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A Newlywed’s Guide to Taxes

a newlywed's guide to taxes

If you recently got married, you might have spent a lot of time planning a ceremony, reception, or honeymoon. As a newlywed, have you considered how your new life change will affect your taxes this year? Here are some things you should keep in mind when filing your taxes. 

Name and Address Change 

Before we get to the obvious changes like filing status, one of your first actions should be to report your name change to the Social Security Administration (SSA) if necessary. The name on your tax return must match the one on file with the SSA or else it can cause delays in processing your return or refund. You’ll also want to make sure you update the IRS and USPS of a change in address if paper mail is your preference for correspondence or refund payment.  


While adjusting your tax withholding with your employer is not necessary, it can help avoid any overpayment or underpayment in taxes throughout the year. You can use the IRS Online Withholding Calculator to find out how much you should withhold. Once you determine the best option for you and your spouse, you should submit a new FormW-4 to your employer. 

Tax Bracket 

Getting married could change your tax bracket if you file together since your income is combined with your new spouse’s. Here are the tax brackets for the 2022 tax year:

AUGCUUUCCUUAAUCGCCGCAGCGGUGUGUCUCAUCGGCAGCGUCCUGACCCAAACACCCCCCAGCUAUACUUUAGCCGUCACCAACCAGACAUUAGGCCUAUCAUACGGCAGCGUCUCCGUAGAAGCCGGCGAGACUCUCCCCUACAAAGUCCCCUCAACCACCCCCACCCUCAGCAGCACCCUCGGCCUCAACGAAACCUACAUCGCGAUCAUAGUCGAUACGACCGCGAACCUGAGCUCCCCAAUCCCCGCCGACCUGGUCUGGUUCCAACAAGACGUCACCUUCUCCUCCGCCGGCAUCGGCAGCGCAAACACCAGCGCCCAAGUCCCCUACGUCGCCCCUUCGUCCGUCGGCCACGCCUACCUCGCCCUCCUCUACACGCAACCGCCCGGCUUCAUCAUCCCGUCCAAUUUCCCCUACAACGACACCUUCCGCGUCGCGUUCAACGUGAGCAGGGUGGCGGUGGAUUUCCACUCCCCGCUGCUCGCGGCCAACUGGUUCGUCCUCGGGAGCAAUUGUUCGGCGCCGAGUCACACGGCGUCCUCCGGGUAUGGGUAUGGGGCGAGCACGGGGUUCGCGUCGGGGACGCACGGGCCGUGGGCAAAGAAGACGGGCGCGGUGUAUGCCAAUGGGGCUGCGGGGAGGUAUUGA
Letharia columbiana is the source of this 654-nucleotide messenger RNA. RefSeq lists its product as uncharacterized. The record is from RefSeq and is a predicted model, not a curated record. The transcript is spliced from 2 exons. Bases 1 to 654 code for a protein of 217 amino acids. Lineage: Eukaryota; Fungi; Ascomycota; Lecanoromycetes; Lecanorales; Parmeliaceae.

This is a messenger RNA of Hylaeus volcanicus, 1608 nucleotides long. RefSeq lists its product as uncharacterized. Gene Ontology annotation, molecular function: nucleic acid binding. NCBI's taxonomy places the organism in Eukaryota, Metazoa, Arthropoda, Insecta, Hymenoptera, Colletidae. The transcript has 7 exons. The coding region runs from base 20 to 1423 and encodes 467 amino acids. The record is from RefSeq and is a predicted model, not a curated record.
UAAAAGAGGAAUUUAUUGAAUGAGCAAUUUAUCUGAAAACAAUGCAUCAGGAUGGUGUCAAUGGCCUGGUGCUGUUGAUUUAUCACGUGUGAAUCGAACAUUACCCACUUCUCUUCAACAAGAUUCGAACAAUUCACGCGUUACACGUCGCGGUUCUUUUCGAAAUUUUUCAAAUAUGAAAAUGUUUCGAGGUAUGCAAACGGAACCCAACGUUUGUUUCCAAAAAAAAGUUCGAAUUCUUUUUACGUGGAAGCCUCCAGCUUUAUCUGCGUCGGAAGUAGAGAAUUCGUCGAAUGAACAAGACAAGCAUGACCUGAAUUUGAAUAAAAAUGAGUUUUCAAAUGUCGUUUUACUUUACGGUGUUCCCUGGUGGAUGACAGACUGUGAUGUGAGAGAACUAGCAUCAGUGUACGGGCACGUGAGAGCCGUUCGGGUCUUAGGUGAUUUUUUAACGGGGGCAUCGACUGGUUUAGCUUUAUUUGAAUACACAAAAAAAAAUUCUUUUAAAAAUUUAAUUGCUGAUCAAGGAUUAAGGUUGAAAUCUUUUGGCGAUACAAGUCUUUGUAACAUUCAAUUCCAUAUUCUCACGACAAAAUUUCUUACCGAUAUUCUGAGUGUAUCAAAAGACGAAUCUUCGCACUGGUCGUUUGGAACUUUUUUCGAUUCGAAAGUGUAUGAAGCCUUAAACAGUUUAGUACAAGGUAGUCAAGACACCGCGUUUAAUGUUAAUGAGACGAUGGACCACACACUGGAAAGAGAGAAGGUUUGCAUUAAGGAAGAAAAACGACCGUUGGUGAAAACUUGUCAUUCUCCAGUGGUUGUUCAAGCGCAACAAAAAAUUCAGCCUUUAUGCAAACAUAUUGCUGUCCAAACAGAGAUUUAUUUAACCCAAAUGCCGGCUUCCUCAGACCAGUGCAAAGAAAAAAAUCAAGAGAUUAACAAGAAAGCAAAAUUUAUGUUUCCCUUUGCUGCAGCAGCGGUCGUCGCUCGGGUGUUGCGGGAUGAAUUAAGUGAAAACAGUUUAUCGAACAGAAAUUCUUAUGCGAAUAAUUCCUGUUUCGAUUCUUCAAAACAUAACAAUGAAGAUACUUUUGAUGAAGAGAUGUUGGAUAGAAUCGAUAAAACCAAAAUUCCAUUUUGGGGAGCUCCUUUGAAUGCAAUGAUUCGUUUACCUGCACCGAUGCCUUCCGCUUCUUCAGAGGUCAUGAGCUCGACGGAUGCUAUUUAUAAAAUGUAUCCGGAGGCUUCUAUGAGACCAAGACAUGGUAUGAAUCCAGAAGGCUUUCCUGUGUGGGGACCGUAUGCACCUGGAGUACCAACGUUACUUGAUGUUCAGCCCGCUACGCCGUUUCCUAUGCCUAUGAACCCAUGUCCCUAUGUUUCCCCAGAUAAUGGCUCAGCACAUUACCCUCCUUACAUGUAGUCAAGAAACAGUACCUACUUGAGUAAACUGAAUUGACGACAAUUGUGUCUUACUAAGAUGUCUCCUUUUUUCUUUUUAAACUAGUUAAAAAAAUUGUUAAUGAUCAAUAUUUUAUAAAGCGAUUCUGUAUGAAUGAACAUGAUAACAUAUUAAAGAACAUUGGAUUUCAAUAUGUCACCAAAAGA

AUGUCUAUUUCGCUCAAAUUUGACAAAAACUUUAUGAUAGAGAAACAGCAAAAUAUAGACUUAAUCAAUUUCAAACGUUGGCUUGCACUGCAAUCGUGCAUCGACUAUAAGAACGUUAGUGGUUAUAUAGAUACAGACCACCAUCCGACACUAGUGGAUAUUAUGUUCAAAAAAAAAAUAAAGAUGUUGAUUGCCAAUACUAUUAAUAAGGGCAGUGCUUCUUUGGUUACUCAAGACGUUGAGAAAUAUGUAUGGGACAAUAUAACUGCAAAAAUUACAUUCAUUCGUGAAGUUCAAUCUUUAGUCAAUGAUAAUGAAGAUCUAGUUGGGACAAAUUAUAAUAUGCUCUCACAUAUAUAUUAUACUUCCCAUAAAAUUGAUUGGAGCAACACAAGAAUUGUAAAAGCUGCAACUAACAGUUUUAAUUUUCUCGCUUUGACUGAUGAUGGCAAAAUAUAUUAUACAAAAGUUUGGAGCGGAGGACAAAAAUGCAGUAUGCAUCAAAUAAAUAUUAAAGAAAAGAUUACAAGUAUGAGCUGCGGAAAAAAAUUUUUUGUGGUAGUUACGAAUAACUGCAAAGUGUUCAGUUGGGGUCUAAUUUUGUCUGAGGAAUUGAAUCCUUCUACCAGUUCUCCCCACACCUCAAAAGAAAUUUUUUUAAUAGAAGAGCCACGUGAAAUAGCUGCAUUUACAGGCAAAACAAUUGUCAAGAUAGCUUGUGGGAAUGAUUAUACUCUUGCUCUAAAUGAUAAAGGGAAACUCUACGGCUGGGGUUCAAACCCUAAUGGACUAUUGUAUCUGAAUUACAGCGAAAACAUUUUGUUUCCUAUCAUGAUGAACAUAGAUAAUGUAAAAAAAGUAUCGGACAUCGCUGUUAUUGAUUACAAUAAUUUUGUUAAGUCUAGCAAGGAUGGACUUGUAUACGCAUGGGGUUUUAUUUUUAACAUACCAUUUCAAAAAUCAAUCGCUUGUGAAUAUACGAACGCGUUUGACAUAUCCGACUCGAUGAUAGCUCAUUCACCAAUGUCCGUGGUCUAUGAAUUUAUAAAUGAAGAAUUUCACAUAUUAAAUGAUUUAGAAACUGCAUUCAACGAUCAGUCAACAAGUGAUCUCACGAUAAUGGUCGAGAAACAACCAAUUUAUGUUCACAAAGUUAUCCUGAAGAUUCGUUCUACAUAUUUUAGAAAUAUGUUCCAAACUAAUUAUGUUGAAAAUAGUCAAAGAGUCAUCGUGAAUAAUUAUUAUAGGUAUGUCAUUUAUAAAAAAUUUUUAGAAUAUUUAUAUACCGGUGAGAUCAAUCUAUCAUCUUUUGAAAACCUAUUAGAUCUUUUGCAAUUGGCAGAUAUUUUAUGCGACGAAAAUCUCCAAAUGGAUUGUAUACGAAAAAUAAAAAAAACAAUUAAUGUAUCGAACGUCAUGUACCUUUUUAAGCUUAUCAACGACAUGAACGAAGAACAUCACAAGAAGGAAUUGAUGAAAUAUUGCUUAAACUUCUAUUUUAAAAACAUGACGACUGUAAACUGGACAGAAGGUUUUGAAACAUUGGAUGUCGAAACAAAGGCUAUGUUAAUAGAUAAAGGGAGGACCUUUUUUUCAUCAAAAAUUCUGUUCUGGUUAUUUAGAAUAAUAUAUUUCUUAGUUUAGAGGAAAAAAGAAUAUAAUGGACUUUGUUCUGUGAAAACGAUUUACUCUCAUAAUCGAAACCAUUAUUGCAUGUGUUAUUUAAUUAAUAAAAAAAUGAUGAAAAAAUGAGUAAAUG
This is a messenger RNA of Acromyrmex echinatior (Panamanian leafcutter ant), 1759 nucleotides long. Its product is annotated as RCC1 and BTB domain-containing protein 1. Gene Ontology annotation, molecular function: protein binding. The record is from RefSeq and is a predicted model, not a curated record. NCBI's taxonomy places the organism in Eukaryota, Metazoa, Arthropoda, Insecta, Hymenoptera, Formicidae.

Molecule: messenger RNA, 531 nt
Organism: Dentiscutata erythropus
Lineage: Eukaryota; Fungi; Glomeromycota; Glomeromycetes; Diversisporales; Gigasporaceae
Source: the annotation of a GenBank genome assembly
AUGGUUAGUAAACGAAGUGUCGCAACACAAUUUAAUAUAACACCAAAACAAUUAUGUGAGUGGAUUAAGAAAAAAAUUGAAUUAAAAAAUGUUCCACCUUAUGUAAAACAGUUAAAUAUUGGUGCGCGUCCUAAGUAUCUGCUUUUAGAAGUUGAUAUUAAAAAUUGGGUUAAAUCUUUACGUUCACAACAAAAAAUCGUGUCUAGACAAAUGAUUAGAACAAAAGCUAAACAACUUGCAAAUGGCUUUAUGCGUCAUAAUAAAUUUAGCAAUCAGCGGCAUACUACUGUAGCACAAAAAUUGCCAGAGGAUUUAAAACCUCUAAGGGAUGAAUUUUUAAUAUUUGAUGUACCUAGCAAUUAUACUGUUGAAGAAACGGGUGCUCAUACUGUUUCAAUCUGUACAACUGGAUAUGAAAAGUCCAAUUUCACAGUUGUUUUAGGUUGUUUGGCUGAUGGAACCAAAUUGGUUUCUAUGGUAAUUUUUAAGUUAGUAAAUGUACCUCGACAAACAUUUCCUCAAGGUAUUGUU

Tax Rate  Married Filing Jointly  Married Filing Separately 
10%  $0 -$20,550  $0 – $10,275 
12%  $20,551 – $83,550  $10,276 – $41,775 
22%  $83,551 – $178,150  $41,776 – $89,075 
24%  $178,151 – $340,100  $89,076 – $170,050 
32%  $340,101 – $431,900  $170,151 – $215,950 
35%  $431,901 – $647,850  $215,951 – $323,925 
37%  $647,851 or more  $323,926 or more 

Filing Status 

You might be used to filing single each tax season, but as a newlywed that will no longer be an option. You’ll either file married filing jointly or married filing separately. Most couples will opt for a joint return as it opens access to more tax breaks and sometimes a better tax rate. Every situation is different, so your best bet may be to prepare your tax return both ways to see which has a better outcome.  

Standard Deduction 

Married couples filing jointly can claim one of the largest standard deductions at $25,900 if you are both 65 and under. If you file separately, you can only claim the $12,950 standard deduction. You should note that if one spouse opts to itemize, both of you must itemize, so you should determine which method would result in a lower taxable income. 

Tax Credits and Deductions 

As mentioned, filing separately eliminates eligibility for some tax credits. For example, couples married filing separately may not claim the Earned Income Tax Credit (EITC) or education credits like the American Opportunity Credit or Lifetime Learning Credit. They might be able to claim the Child and Dependent Care Credit if they meet certain requirements. They also cannot deduct student loan interest. On the other hand, married couples filing jointly have extra tax perks to look forward to. For example, if you are not working you cannot contribute to an IRA account if you are single, but you can if you are married and use your spouse’s income. You can also take advantage of flexible spending accounts (FSAs) and lower health care expenses. You can consult with a tax preparer for more tax breaks. 

Tax Help for Newlyweds 

Taxes are sure to be the furthest thing from your mind after getting married, but it’s critical to remember that as long as you are legally married by December 31st, the IRS considers you to be married for the full tax year. The sudden change in rules may be intimidating and brand new to you, but there are always experts who are ready to help. If you need tax help, contact Optima Tax Relief at 800-536-0734 for a free consultation.